On Wednesday, the SDF said ISIS “sleeper cells” attacked Kurdish positions in Raqqa, Syria, in the early hours, as tweeted by Mustafa Bali, head of the SDF press office.

Manbij Military Council spokesman, Shervan Derwish, also tweeted about the attack citing security sources saying, “more than 50 armed Daesh group in Raqqa are launching a coordinated attack to control Al Basel base in center of the city.”

On Saturday, Erdogan announced that the country had “completed our preparations and action plan” and was ready to launch a “ground and air operation” east of the Euphrates river, with the goal of establishing “peace” by clearing the region of “terrorists.”

Reinforcements deployed by the Turkish army could be seen arriving at the border town of Akcakale on Tuesday, according to the state-owned Anadolu news agency.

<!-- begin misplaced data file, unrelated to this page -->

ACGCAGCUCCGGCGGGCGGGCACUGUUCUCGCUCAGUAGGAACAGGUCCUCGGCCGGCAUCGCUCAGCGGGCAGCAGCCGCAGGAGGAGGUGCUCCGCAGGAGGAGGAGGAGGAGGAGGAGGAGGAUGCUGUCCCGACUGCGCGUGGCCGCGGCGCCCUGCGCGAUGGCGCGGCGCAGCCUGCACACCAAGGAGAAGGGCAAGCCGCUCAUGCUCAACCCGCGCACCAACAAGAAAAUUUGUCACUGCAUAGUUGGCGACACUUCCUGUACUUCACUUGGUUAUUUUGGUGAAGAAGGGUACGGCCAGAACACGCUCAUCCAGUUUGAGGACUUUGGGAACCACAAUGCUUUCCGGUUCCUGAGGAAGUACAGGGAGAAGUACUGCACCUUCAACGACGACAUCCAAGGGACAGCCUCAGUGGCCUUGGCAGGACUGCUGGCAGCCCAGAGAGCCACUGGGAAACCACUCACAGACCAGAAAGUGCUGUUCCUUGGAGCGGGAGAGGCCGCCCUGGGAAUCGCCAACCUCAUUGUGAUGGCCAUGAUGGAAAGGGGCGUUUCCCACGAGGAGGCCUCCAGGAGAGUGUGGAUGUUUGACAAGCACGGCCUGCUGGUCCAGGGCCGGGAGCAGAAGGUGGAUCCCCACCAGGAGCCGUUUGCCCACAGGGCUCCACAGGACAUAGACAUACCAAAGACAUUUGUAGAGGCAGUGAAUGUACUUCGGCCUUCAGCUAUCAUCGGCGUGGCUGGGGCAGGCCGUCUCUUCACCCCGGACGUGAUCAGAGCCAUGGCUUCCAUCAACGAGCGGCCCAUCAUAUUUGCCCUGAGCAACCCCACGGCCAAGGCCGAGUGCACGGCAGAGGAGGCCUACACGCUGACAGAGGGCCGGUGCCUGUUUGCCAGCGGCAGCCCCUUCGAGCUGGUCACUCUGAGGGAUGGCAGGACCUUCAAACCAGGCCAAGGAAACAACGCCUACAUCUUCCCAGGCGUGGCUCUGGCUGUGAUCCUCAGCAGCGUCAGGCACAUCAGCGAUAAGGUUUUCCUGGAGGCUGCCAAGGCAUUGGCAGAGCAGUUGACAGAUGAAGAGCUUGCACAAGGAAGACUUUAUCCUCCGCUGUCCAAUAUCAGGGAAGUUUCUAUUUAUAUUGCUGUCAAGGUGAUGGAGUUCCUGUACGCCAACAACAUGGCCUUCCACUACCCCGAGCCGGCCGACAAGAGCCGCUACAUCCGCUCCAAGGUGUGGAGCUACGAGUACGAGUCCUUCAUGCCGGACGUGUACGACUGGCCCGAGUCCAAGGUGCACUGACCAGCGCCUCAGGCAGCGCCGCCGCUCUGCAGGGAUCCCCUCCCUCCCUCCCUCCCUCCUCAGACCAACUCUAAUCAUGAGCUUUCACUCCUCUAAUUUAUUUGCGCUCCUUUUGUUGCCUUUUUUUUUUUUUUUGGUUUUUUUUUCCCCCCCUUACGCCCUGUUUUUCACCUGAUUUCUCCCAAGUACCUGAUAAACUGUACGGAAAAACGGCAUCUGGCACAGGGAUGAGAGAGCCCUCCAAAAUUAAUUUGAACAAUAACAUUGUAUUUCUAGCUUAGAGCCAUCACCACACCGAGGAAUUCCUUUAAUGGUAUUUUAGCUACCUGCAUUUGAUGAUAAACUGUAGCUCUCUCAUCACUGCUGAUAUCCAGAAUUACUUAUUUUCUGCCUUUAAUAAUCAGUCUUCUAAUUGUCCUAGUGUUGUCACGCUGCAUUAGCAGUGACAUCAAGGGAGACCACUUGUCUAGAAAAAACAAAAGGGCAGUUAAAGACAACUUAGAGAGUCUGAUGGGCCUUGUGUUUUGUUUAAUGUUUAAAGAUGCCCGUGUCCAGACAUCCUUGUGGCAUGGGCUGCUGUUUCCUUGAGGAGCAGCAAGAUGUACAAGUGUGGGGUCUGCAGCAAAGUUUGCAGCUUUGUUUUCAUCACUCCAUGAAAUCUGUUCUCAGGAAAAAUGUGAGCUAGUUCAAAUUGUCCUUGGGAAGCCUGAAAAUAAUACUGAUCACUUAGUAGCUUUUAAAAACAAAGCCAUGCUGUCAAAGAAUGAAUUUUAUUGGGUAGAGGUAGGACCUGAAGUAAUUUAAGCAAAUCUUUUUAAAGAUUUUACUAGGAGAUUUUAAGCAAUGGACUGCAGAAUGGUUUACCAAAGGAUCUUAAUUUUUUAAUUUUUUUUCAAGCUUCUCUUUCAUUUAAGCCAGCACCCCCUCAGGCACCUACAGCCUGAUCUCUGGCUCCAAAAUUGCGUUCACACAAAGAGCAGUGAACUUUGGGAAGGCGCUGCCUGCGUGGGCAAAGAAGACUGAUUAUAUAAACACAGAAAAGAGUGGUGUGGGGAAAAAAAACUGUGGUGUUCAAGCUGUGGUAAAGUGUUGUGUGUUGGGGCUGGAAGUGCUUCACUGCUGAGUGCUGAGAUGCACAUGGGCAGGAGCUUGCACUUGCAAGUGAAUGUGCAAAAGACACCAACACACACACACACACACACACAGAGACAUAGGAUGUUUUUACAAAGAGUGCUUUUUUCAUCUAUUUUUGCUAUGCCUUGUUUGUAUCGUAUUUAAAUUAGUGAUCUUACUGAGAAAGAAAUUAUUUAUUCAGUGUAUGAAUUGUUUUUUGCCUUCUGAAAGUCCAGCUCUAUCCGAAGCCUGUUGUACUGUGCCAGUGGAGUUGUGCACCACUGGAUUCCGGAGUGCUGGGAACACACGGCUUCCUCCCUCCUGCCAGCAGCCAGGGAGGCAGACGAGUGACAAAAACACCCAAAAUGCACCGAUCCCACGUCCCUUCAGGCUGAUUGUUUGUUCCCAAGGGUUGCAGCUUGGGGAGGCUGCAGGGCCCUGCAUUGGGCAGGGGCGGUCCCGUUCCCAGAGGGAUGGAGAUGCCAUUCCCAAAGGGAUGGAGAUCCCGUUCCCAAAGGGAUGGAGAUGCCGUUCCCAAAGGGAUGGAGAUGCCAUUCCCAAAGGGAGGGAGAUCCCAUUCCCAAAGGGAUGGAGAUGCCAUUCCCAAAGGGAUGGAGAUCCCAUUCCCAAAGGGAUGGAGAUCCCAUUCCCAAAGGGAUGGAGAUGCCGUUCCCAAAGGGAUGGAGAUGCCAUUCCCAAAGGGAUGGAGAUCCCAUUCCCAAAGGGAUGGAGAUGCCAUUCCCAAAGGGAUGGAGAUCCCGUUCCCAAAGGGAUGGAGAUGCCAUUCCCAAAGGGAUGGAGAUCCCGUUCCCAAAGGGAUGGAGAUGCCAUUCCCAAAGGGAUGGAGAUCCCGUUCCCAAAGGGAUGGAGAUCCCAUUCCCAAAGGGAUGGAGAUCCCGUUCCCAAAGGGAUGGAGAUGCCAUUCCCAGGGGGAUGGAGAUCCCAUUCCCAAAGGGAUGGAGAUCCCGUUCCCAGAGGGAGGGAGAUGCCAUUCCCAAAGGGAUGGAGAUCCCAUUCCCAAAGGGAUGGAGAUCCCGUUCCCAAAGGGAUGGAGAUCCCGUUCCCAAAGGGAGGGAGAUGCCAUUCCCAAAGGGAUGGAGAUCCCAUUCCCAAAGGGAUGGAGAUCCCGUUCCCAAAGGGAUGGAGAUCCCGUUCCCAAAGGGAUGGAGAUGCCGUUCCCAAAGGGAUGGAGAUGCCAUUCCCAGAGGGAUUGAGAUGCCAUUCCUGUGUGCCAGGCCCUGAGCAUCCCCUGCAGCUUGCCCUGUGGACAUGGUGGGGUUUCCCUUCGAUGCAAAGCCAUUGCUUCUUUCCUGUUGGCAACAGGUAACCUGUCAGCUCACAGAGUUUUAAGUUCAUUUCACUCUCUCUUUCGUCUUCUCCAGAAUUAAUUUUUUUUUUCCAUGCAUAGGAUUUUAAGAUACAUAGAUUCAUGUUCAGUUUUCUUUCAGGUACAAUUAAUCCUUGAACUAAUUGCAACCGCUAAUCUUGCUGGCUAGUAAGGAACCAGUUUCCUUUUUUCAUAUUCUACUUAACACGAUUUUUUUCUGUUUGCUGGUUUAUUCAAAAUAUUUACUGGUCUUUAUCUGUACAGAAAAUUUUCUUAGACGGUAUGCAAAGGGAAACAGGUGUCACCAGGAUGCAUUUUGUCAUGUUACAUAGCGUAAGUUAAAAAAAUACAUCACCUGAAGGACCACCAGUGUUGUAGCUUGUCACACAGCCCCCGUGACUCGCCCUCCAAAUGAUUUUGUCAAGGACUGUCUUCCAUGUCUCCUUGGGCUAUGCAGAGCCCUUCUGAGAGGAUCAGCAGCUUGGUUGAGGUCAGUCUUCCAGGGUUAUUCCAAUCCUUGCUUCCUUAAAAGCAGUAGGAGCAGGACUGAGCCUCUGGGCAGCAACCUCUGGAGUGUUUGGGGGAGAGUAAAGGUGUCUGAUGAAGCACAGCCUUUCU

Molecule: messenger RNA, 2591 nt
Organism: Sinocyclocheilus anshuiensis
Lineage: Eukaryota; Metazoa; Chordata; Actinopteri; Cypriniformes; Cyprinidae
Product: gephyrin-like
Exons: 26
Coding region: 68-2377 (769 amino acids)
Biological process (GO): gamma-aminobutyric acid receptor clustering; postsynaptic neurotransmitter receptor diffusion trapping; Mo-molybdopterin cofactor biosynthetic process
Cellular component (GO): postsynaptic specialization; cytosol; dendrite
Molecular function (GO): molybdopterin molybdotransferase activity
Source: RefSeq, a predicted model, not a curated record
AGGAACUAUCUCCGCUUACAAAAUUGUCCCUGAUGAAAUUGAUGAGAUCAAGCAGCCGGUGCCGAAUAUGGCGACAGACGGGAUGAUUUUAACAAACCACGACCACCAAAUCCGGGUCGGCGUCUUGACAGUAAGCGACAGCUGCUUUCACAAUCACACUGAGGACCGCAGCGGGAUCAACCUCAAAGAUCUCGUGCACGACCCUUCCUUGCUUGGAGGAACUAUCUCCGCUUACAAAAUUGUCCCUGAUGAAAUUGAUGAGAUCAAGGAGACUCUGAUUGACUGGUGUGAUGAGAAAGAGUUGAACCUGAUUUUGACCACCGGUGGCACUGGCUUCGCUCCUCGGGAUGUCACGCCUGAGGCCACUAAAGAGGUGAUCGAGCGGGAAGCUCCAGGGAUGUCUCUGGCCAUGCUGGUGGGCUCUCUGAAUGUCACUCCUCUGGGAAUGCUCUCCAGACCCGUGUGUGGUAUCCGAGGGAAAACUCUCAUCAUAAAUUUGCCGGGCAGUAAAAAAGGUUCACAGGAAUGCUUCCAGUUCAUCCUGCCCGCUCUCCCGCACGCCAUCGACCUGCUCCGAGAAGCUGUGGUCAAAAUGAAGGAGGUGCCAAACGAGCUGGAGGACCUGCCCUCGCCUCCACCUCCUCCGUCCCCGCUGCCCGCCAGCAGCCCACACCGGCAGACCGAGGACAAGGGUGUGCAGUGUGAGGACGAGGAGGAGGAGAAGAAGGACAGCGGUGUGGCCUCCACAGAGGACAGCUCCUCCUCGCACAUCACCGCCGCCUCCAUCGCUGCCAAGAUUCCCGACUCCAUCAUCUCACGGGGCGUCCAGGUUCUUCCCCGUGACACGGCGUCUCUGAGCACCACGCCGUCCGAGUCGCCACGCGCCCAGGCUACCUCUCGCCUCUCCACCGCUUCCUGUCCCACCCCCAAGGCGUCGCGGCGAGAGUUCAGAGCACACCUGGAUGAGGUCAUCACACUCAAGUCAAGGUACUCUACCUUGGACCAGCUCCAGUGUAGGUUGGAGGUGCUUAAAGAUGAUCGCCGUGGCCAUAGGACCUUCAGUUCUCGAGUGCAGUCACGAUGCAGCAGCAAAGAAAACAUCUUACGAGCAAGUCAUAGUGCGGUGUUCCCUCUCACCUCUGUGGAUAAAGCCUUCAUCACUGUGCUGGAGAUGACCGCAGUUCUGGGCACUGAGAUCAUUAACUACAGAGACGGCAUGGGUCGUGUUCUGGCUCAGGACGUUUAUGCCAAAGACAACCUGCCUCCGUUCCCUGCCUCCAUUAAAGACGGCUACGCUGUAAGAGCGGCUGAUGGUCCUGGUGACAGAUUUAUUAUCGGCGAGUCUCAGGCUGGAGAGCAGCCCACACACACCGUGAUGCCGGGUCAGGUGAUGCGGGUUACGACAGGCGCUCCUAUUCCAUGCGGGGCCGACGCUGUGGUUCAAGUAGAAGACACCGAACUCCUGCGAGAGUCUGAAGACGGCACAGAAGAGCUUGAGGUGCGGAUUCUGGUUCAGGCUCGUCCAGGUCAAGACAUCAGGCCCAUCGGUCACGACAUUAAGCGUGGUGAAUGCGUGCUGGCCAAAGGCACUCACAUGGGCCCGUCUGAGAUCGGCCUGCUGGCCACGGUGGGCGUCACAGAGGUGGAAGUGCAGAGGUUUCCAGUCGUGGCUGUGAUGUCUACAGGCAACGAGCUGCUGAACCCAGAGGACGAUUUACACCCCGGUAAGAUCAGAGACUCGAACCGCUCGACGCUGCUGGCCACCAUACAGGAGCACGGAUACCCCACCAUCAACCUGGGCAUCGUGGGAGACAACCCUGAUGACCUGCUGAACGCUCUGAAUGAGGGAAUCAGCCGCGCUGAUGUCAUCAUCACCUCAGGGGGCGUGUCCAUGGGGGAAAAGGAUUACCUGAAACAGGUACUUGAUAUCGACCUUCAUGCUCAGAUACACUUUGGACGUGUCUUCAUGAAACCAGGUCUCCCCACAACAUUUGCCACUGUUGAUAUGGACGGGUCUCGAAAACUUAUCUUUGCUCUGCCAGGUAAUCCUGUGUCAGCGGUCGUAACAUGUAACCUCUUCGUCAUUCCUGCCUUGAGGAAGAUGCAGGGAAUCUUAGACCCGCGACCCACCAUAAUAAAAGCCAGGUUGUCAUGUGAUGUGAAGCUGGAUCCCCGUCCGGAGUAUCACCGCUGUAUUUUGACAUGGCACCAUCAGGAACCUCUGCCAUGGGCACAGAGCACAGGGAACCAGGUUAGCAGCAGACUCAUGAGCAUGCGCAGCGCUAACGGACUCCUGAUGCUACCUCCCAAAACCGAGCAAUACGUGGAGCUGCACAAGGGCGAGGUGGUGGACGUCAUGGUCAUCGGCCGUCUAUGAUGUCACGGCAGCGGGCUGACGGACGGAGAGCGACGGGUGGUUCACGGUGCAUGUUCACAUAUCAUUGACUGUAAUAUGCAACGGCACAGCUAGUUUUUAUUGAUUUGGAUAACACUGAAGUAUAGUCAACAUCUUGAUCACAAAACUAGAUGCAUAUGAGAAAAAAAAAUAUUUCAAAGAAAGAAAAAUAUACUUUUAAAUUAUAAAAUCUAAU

Turkey won’t ‘bow to threats’

Turkish army soldiers drive towards the border with Syria near Akcakale in Sanliurfa province on October 8, 2019.

The Kurds have long been considered as among Washington’s most reliable partners in Syria and in the broader campaign against ISIS in the region.

US-backed Kurdish forces have been responsible for holding all captured ISIS fighters in the area. However, according to the White House, this responsibility will now fall to Turkey.

But a senior adviser to President Erdogan told CNN on Wednesday that Turkey “never said” that it would “shoulder the burden” of the imprisoned ISIS fighters alone.

“We will safeguard any areas that contain these prisons. However, we would like the management of the camps, in particular, something that has to be undertaken as a joint effort with the international community,” Gülnur Aybet said.